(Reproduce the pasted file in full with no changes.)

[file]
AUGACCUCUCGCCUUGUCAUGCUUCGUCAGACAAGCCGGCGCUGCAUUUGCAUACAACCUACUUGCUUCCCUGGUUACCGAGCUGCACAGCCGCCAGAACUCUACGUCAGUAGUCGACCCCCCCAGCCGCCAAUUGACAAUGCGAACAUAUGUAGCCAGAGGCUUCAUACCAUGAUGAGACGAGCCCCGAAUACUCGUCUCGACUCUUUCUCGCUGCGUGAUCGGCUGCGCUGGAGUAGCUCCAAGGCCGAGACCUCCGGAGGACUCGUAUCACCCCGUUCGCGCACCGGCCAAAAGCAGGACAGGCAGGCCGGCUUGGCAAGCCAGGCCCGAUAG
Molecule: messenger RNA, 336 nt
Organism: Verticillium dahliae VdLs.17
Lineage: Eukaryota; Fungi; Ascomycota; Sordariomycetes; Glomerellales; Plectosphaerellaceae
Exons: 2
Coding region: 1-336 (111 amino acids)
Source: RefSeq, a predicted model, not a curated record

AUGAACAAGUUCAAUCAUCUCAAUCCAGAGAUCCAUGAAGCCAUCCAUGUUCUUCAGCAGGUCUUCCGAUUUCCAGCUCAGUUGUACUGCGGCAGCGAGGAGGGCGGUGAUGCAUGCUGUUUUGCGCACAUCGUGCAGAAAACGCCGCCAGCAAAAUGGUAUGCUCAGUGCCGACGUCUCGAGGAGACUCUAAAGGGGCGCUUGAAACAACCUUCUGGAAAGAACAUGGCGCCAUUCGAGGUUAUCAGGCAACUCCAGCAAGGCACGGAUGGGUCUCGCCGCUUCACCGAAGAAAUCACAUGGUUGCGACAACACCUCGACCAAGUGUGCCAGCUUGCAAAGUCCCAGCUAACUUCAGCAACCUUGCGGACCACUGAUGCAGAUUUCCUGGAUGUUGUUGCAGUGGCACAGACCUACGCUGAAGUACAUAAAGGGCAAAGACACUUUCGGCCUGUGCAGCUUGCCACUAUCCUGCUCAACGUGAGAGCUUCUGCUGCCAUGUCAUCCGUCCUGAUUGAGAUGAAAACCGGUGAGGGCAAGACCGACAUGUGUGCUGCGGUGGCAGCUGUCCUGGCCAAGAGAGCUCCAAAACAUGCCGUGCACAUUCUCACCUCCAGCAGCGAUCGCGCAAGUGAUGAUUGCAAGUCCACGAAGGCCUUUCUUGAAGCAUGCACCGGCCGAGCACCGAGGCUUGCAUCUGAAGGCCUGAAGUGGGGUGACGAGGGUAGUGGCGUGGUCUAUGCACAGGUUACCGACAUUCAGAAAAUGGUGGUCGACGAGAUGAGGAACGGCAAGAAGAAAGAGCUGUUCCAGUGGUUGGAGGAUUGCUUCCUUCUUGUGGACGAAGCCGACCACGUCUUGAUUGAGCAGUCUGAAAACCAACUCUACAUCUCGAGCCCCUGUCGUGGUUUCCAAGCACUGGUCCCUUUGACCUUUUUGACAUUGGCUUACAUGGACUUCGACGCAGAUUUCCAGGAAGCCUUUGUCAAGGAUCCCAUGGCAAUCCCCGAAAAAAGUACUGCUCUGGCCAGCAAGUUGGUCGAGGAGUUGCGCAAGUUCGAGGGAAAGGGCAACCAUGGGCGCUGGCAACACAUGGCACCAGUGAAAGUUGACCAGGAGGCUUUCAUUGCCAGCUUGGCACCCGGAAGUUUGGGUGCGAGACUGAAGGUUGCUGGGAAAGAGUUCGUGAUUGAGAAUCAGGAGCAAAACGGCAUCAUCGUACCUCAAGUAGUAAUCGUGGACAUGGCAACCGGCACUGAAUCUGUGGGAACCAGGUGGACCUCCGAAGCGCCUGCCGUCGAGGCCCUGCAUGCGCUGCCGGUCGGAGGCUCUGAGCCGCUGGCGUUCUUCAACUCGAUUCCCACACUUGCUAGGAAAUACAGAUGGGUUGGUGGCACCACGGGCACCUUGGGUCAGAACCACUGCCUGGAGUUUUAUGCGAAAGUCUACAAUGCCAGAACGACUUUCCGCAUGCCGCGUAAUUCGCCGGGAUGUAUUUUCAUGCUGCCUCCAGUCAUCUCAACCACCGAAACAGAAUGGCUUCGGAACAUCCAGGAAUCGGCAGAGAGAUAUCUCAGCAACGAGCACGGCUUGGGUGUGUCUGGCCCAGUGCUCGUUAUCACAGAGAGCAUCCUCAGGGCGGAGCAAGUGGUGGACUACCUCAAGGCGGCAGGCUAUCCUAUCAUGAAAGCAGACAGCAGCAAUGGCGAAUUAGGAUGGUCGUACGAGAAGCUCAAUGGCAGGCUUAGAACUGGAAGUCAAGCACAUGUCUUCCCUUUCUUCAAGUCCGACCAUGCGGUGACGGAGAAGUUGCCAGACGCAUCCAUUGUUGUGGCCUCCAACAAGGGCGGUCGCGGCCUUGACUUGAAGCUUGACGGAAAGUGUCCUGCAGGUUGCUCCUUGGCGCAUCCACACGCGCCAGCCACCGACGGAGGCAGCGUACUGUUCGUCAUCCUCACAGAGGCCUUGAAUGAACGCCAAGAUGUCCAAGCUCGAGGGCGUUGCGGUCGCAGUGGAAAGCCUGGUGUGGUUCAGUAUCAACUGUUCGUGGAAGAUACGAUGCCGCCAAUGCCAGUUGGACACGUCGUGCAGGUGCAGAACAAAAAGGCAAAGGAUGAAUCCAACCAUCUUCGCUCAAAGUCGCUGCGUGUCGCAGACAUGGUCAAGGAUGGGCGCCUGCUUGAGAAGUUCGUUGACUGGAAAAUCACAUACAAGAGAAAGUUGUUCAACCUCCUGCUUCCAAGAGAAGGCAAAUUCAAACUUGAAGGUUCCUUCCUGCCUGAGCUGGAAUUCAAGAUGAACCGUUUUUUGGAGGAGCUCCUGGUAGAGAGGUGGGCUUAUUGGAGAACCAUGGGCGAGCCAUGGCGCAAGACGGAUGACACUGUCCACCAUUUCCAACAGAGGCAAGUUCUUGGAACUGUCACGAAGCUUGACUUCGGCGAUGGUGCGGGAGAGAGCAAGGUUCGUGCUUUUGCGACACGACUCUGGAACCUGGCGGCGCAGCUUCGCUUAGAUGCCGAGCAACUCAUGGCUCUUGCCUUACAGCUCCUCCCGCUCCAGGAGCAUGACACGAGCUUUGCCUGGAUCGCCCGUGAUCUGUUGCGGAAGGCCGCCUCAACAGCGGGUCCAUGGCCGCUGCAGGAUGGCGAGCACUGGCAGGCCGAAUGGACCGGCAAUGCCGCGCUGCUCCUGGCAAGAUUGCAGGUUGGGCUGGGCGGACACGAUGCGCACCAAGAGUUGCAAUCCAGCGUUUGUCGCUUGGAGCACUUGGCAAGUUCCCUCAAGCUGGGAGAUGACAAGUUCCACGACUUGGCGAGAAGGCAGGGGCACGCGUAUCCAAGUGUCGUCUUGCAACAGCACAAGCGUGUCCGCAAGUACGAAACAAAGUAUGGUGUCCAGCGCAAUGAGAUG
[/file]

AUGACCUCUCGCCUUGUCAUGCUUCGUCAGACAAGCCGGCGCUGCAUUUGCAUACAACCUACUUGCUUCCCUGGUUACCGAGCUGCACAGCCGCCAGAACUCUACGUCAGUAGUCGACCCCCCCAGCCGCCAAUUGACAAUGCGAACAUAUGUAGCCAGAGGCUUCAUACCAUGAUGAGACGAGCCCCGAAUACUCGUCUCGACUCUUUCUCGCUGCGUGAUCGGCUGCGCUGGAGUAGCUCCAAGGCCGAGACCUCCGGAGGACUCGUAUCACCCCGUUCGCGCACCGGCCAAAAGCAGGACAGGCAGGCCGGCUUGGCAAGCCAGGCCCGAUAG
Molecule: messenger RNA, 336 nt
Organism: Verticillium dahliae VdLs.17
Lineage: Eukaryota; Fungi; Ascomycota; Sordariomycetes; Glomerellales; Plectosphaerellaceae
Exons: 2
Coding region: 1-336 (111 amino acids)
Source: RefSeq, a predicted model, not a curated record

AUGAACAAGUUCAAUCAUCUCAAUCCAGAGAUCCAUGAAGCCAUCCAUGUUCUUCAGCAGGUCUUCCGAUUUCCAGCUCAGUUGUACUGCGGCAGCGAGGAGGGCGGUGAUGCAUGCUGUUUUGCGCACAUCGUGCAGAAAACGCCGCCAGCAAAAUGGUAUGCUCAGUGCCGACGUCUCGAGGAGACUCUAAAGGGGCGCUUGAAACAACCUUCUGGAAAGAACAUGGCGCCAUUCGAGGUUAUCAGGCAACUCCAGCAAGGCACGGAUGGGUCUCGCCGCUUCACCGAAGAAAUCACAUGGUUGCGACAACACCUCGACCAAGUGUGCCAGCUUGCAAAGUCCCAGCUAACUUCAGCAACCUUGCGGACCACUGAUGCAGAUUUCCUGGAUGUUGUUGCAGUGGCACAGACCUACGCUGAAGUACAUAAAGGGCAAAGACACUUUCGGCCUGUGCAGCUUGCCACUAUCCUGCUCAACGUGAGAGCUUCUGCUGCCAUGUCAUCCGUCCUGAUUGAGAUGAAAACCGGUGAGGGCAAGACCGACAUGUGUGCUGCGGUGGCAGCUGUCCUGGCCAAGAGAGCUCCAAAACAUGCCGUGCACAUUCUCACCUCCAGCAGCGAUCGCGCAAGUGAUGAUUGCAAGUCCACGAAGGCCUUUCUUGAAGCAUGCACCGGCCGAGCACCGAGGCUUGCAUCUGAAGGCCUGAAGUGGGGUGACGAGGGUAGUGGCGUGGUCUAUGCACAGGUUACCGACAUUCAGAAAAUGGUGGUCGACGAGAUGAGGAACGGCAAGAAGAAAGAGCUGUUCCAGUGGUUGGAGGAUUGCUUCCUUCUUGUGGACGAAGCCGACCACGUCUUGAUUGAGCAGUCUGAAAACCAACUCUACAUCUCGAGCCCCUGUCGUGGUUUCCAAGCACUGGUCCCUUUGACCUUUUUGACAUUGGCUUACAUGGACUUCGACGCAGAUUUCCAGGAAGCCUUUGUCAAGGAUCCCAUGGCAAUCCCCGAAAAAAGUACUGCUCUGGCCAGCAAGUUGGUCGAGGAGUUGCGCAAGUUCGAGGGAAAGGGCAACCAUGGGCGCUGGCAACACAUGGCACCAGUGAAAGUUGACCAGGAGGCUUUCAUUGCCAGCUUGGCACCCGGAAGUUUGGGUGCGAGACUGAAGGUUGCUGGGAAAGAGUUCGUGAUUGAGAAUCAGGAGCAAAACGGCAUCAUCGUACCUCAAGUAGUAAUCGUGGACAUGGCAACCGGCACUGAAUCUGUGGGAACCAGGUGGACCUCCGAAGCGCCUGCCGUCGAGGCCCUGCAUGCGCUGCCGGUCGGAGGCUCUGAGCCGCUGGCGUUCUUCAACUCGAUUCCCACACUUGCUAGGAAAUACAGAUGGGUUGGUGGCACCACGGGCACCUUGGGUCAGAACCACUGCCUGGAGUUUUAUGCGAAAGUCUACAAUGCCAGAACGACUUUCCGCAUGCCGCGUAAUUCGCCGGGAUGUAUUUUCAUGCUGCCUCCAGUCAUCUCAACCACCGAAACAGAAUGGCUUCGGAACAUCCAGGAAUCGGCAGAGAGAUAUCUCAGCAACGAGCACGGCUUGGGUGUGUCUGGCCCAGUGCUCGUUAUCACAGAGAGCAUCCUCAGGGCGGAGCAAGUGGUGGACUACCUCAAGGCGGCAGGCUAUCCUAUCAUGAAAGCAGACAGCAGCAAUGGCGAAUUAGGAUGGUCGUACGAGAAGCUCAAUGGCAGGCUUAGAACUGGAAGUCAAGCACAUGUCUUCCCUUUCUUCAAGUCCGACCAUGCGGUGACGGAGAAGUUGCCAGACGCAUCCAUUGUUGUGGCCUCCAACAAGGGCGGUCGCGGCCUUGACUUGAAGCUUGACGGAAAGUGUCCUGCAGGUUGCUCCUUGGCGCAUCCACACGCGCCAGCCACCGACGGAGGCAGCGUACUGUUCGUCAUCCUCACAGAGGCCUUGAAUGAACGCCAAGAUGUCCAAGCUCGAGGGCGUUGCGGUCGCAGUGGAAAGCCUGGUGUGGUUCAGUAUCAACUGUUCGUGGAAGAUACGAUGCCGCCAAUGCCAGUUGGACACGUCGUGCAGGUGCAGAACAAAAAGGCAAAGGAUGAAUCCAACCAUCUUCGCUCAAAGUCGCUGCGUGUCGCAGACAUGGUCAAGGAUGGGCGCCUGCUUGAGAAGUUCGUUGACUGGAAAAUCACAUACAAGAGAAAGUUGUUCAACCUCCUGCUUCCAAGAGAAGGCAAAUUCAAACUUGAAGGUUCCUUCCUGCCUGAGCUGGAAUUCAAGAUGAACCGUUUUUUGGAGGAGCUCCUGGUAGAGAGGUGGGCUUAUUGGAGAACCAUGGGCGAGCCAUGGCGCAAGACGGAUGACACUGUCCACCAUUUCCAACAGAGGCAAGUUCUUGGAACUGUCACGAAGCUUGACUUCGGCGAUGGUGCGGGAGAGAGCAAGGUUCGUGCUUUUGCGACACGACUCUGGAACCUGGCGGCGCAGCUUCGCUUAGAUGCCGAGCAACUCAUGGCUCUUGCCUUACAGCUCCUCCCGCUCCAGGAGCAUGACACGAGCUUUGCCUGGAUCGCCCGUGAUCUGUUGCGGAAGGCCGCCUCAACAGCGGGUCCAUGGCCGCUGCAGGAUGGCGAGCACUGGCAGGCCGAAUGGACCGGCAAUGCCGCGCUGCUCCUGGCAAGAUUGCAGGUUGGGCUGGGCGGACACGAUGCGCACCAAGAGUUGCAAUCCAGCGUUUGUCGCUUGGAGCACUUGGCAAGUUCCCUCAAGCUGGGAGAUGACAAGUUCCACGACUUGGCGAGAAGGCAGGGGCACGCGUAUCCAAGUGUCGUCUUGCAACAGCACAAGCGUGUCCGCAAGUACGAAACAAAGUAUGGUGUCCAGCGCAAUGAGAUG